THUNDER BAY – I am here tonight to plant a seed…hoping to open your minds to a new approach for delivering Health Care in Thunder Bay. I will be presenting a concept that I believe could change the face of our health care strategy for Northwestern Ontario.
We are presently faced with two very critical issues…the rapidly growing alcohol and addiction plight, and the debilitating Code Gridlock at Thunder Bay Regional Hospital.
Let me remind you…the “integration” of health services does not suggest that all aspects of Health Care have to be “under the same roof” or in a hospital setting.
By re-aligning our care mandate, we could:
(1) Establish a Flagship Facility for Northwestern Ontario, specializing in Mental Health and Addiction Issues…and in turn;
(2) Free up 52 bed spaces at the Thunder Bay Regional Hospital, helping decrease the need for Code Gridlock!
I visualize a facility incorporating all aspects of Mental Health and Addictions that would not only streamline care but provide a continuum for communication and healing! This “under one roof” concept… moving away from the hospital setting is not going backwards. Let me share with you the following example.
In Toronto, 1001 Queen Street West was home to a mental health facility for over 150 years…commonly known as 999 Queen. The original buildings were demolished in 1975.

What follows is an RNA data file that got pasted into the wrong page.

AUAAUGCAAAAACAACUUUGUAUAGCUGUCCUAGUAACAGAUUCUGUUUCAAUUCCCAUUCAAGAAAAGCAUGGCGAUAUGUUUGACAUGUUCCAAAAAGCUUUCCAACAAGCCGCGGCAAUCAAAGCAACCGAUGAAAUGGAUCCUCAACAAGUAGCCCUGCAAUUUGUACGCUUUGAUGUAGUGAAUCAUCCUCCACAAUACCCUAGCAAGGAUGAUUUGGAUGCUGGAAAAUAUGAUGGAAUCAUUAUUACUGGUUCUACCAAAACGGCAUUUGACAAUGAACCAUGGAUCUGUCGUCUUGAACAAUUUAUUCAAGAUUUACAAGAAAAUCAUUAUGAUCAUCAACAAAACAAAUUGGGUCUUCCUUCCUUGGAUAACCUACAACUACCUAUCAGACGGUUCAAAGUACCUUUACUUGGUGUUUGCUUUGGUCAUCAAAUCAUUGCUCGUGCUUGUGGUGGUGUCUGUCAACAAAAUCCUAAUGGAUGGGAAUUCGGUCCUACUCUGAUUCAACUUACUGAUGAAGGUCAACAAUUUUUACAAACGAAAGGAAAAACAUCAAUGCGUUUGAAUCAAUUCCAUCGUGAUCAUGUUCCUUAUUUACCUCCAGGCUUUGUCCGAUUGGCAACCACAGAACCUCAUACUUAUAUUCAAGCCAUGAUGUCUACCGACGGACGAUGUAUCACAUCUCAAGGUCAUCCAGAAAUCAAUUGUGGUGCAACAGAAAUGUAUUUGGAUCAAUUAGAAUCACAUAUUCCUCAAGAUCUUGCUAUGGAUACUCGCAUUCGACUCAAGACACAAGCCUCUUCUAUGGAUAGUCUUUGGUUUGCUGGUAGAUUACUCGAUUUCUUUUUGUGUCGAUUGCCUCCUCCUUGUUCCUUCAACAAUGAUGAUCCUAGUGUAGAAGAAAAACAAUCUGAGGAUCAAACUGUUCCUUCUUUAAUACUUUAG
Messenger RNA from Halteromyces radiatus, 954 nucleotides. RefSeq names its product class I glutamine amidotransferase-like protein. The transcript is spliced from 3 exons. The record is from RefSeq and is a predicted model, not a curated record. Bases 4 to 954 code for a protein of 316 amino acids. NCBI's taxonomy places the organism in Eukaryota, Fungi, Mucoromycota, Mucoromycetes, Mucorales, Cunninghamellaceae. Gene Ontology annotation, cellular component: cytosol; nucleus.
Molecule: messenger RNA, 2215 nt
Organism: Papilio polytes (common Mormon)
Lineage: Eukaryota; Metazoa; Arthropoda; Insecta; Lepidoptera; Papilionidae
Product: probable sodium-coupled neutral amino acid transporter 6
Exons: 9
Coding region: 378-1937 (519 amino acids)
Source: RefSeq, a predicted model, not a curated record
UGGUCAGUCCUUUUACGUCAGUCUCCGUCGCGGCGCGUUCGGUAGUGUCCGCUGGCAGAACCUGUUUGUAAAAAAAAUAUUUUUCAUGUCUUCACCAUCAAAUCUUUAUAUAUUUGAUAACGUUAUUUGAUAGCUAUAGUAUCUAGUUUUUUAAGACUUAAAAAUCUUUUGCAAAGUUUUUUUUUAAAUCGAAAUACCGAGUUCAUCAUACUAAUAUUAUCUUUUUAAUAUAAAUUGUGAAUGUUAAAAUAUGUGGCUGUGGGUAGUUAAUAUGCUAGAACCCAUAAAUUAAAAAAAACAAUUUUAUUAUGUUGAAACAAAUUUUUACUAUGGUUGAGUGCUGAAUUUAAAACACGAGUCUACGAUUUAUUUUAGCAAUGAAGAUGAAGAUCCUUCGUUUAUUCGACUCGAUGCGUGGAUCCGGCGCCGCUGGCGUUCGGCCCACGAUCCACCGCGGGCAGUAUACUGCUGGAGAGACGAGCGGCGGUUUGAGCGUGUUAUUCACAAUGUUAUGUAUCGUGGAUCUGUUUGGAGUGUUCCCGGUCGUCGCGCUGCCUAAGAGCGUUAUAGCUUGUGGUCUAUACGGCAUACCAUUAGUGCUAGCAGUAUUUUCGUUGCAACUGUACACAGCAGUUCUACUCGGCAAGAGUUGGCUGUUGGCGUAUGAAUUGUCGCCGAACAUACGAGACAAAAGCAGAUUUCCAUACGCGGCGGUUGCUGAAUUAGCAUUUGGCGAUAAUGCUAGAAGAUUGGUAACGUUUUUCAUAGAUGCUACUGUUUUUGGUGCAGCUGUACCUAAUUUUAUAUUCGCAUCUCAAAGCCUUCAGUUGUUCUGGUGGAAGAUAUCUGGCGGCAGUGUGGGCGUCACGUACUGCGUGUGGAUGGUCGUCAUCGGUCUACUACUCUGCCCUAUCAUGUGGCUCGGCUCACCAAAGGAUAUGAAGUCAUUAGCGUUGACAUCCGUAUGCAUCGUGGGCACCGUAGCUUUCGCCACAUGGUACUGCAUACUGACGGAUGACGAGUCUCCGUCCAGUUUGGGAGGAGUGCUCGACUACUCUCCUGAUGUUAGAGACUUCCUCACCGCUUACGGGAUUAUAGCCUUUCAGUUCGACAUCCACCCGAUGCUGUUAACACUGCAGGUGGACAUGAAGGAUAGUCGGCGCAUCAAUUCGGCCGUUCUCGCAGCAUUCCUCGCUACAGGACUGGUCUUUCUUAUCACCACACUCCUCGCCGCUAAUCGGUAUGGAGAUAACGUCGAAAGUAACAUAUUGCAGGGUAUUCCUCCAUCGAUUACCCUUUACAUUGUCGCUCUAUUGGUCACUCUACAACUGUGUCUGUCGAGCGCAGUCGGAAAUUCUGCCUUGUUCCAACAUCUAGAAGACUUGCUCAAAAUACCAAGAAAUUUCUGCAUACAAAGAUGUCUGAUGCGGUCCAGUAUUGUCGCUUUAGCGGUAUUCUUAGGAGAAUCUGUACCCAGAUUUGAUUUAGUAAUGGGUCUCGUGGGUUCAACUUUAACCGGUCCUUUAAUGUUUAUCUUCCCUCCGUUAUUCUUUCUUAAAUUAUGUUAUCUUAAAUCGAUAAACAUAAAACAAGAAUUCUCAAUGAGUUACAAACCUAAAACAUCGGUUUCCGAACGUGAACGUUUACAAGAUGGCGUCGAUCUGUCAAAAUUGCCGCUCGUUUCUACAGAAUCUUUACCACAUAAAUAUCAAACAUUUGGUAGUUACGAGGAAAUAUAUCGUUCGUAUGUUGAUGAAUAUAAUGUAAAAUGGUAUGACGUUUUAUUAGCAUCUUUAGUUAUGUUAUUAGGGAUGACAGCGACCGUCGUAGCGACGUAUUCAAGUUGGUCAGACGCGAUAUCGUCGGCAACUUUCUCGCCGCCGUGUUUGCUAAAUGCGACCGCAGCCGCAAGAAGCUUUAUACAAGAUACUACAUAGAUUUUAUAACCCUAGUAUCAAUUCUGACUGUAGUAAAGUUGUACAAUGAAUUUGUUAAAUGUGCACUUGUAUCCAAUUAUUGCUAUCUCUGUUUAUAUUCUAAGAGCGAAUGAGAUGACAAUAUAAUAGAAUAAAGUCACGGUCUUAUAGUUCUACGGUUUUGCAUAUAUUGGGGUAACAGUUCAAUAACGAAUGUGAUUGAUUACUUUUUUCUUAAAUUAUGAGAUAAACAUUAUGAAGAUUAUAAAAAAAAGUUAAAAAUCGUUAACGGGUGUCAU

CAMH (Centre for Addiction & Mental Health) was created in 1997 from a merger of three facilities…the former Addiction Research Foundation, the Clarke Institute and the Queen Street Mental Health Center. The CAMH was asked to address four key challenges: quality of care, access to care, fragmentation of services and stigma.
They have embarked on a redevelopment project on the original site.
They are striving to provide a healthy environment that promotes patient recovery. They want to bring together in one location, inpatient services, outpatient services, along with education and health promotion… to change the future of mental illness and addiction. They will continue to break down barriers to eliminate stigma! This project will integrate a variety of programs…in support of the patient.
They want to Transform Lives. Northwestern Ontario too can Transform Lives!
Points for consideration:
1. Thunder Bay Regional Hospital in 1995 was created on paper…with the amalgamation of McKellar General Hospital and Port Arthur General Hospital. Before 1995, these two facilities functioned with approximately 500 beds. From its inception, public interpretation has eluded to the Regional’s dilemma of being, “a hospital undersized for its current mandate”.
2. The new Regional Hospital has 375 funded beds…32 assigned for Adult Mental Health, and 20 for Forensic Mental Health. Having a Forensic Mental Health Unit within a general hospital setting is “NOT” the norm in Canada!
3. The Thunder Bay Regional Hospital emergency department sees more than 5,100 visits annually, by substance abusers or those with mental illness. This is an increase of 25% over 6 years. The increase in drug and alcohol addictions has been followed by an increase in crime statistics in Thunder Bay.
4. The Balmoral Centre, mandated for substance withdrawal, has 7 crisis beds and 15 after-care spaces. They treat about 1400 cases per year, but have had to turn away over 1000 patients. These people end up in the hospital emergency department or in Police Station Detention.